Annoyed...Need a little help.

Discussion in 'New Teachers' started by lsho, Dec 2, 2010.

  1. lsho

    lsho Rookie

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    Dec 2, 2010

    I am a 2nd year teacher (which I count as still being new). This year has been really tough and made me really rethink this career path. I know that is normal though and I know I wouldn't be fufilled with any other job...

    But...

    The last couple days, I have been SO annoyed with my students that it is hard to even pretend to be nice. I teach 7th grade and this bunch is 1000 times more immature than the group last year and they care so little about being here that they turn in terrible work and refuse to redo it. I literally cannot handle it anymore. I'm really afraid of just snapping on a student one day (verbally, of course).

    Any suggestions or advice or helpful stories? Thanks.
     
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  3. mopar

    mopar Multitudinous

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    Dec 2, 2010

    Many of my students are like this as well. This year I have started having my students complete a form when they don't turn in work. I am not allowing them to turn in terrible or incomplete work. If the work is not acceptable it is not complete, so they fill out a form.

    I keep all these forms until the end of the week, then I staple them together and send them home with the student to be signed and returned with work.

    I write myself a list of the students who take forms home and cross them off when they come back. If they don't come back, the student makes a phone call to his/her parents to let them know that they are not completing their homework.

    Very, very effective for the students with parents who care. For the students whose parents don't care...well, it's one extra piece of evidence to share at grade/conference time...
     
  4. Pisces_Fish

    Pisces_Fish Fanatic

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    Dec 2, 2010

    Can you share the form you use?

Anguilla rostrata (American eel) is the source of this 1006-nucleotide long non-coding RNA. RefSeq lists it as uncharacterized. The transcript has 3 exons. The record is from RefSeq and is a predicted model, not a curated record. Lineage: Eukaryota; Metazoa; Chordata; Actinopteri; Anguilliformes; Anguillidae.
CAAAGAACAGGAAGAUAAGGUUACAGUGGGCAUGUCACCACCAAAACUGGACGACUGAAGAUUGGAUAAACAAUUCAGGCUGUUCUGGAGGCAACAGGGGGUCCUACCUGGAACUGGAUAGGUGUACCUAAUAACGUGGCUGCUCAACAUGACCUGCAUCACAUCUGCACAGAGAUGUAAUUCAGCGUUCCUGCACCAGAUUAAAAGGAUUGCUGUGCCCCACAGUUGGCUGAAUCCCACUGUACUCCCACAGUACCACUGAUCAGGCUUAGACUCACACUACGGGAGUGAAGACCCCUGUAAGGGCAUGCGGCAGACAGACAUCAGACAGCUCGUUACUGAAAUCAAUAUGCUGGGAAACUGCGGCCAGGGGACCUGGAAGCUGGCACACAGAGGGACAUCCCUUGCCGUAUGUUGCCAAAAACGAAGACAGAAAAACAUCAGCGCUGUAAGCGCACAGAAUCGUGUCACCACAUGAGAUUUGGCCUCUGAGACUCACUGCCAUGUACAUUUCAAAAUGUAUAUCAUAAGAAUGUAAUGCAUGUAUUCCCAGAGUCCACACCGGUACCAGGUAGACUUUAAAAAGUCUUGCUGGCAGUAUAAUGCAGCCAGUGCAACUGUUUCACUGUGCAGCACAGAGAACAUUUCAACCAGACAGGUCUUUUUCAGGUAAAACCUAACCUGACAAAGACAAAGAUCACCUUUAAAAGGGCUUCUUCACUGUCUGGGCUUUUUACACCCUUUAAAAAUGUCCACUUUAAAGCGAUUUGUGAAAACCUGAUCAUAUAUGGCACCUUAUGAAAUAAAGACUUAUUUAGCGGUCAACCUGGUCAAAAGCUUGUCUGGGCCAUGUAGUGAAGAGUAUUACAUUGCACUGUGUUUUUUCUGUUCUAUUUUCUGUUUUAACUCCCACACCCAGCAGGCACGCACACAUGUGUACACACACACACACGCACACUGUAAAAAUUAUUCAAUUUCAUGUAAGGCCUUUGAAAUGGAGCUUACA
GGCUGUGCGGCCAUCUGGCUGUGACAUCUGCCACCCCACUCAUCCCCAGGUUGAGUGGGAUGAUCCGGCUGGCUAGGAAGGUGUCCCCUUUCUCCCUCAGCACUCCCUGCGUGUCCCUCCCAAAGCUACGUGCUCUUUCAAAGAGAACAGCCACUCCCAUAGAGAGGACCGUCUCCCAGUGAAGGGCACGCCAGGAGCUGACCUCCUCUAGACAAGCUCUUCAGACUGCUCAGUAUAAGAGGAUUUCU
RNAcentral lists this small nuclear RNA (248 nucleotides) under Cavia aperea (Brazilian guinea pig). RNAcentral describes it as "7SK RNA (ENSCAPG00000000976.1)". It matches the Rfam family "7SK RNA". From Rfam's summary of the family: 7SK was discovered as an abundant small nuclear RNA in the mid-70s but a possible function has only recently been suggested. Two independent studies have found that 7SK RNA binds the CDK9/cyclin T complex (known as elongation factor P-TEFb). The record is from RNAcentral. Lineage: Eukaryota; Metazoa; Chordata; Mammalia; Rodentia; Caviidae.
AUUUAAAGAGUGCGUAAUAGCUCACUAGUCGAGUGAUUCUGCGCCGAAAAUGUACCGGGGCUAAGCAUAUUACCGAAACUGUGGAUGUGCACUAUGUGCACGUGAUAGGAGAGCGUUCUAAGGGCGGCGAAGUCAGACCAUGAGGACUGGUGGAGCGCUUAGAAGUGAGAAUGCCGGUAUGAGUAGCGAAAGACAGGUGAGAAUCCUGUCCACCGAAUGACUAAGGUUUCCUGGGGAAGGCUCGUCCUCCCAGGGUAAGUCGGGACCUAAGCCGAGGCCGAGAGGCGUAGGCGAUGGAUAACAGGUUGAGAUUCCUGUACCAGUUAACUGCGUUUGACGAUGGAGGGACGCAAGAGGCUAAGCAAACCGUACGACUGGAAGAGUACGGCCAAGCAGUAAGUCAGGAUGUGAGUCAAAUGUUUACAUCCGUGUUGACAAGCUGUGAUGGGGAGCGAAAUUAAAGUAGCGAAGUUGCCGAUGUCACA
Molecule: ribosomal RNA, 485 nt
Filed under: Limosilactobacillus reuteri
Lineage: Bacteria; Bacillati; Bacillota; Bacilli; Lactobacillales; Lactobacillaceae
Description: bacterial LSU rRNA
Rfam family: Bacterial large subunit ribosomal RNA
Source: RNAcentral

5. Marvin

    Marvin Rookie

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    Dec 9, 2010

    What do you teach? I teach math, and taught at a very low performing inner-city school. I too had way too many students that just didn't care, when I first started. But I made my lessons so much fun, including math games, projects with candy/food, that my students looked forward to coming to my class. They always looked forward to what I had planned for them that day. I would also change up my seating arrangements quite regularly, always keeping them off guard. I also had my students enter into a contractual arrangement with me, and would hold that over their heads. I would issue tickets when they would not follow my class rules, or live up to their end of the contract. I also established student folders on all my students, and kept examples of their work, which I could share with their parents. I also always make a deal, that if a certain percentage make a passing score on the state skills test (TAKS in Texas, where I live), that they can shave my head. This motivates them. Certainly, you will still have some students that simply don't care, usually because they come from parents that don't care. Make your lessons fun, and demand high expectations from the students, and that they obey your class rules. That's all you can do.
     
  6. KateL

    KateL Habitué

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    Dec 9, 2010

    I was super annoyed today too. I think it's just that time of year! I was trying to get my inclusion class settled down to take a test, and the phone kept ringing! I got 4 calls in 5 minutes, from the school nurse, the special ed teacher, the nurse again, and another teacher. The students were super talkative and didn't want to take the test. I was cussing inside my head by the time I got the 4th call! You've just got to take deep breaths and hang in there until winter break!
     
  7. Aliceacc

    Aliceacc Multitudinous

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    Dec 10, 2010

    The kids are insane this time of year. I think we need to start there. Would it be nice if it were otherwise? Of course. But the reality is that, regardless of their age, they're still kids and they're incredibly excited. Throw in some 12 year old hormones and it's bound to get ugly.

    Keep your eye on the big picture: they're kids, they are who they are, and meet them at their level. Seventh graders aren't above a little bribe: "Let's get through __ and ___ and we'll see if there's a way to get you a weekend without homework."

    See if you can put a holiday spin onto what you're doing-- if your reading can include The Gift of the Magi or something else with a holiday spin, or whether they can use red ink on green dittos, just for fun. Can their grammar include a letter to Santa, or could you find a way to work something about snow or penguins or something else in?


    Can you find a way to tap into their compassion? Have them write letters to Santa, then drop them off at Macys for their Make a Wish promo? (Macys will donate $1 dollar a letter.) Could they write letters to the local nursing home or VA hospital?? Sometimes kids of that age-- and any age-- really need a reminder that the world doesn't revolve around them and their pre-teen drama.

    The lack of maturity and the time of year are two things you cannot beat. So you have to find a way not to let them make you crazy, will still ensuring that you're able to teach.

    Hang in there!
     

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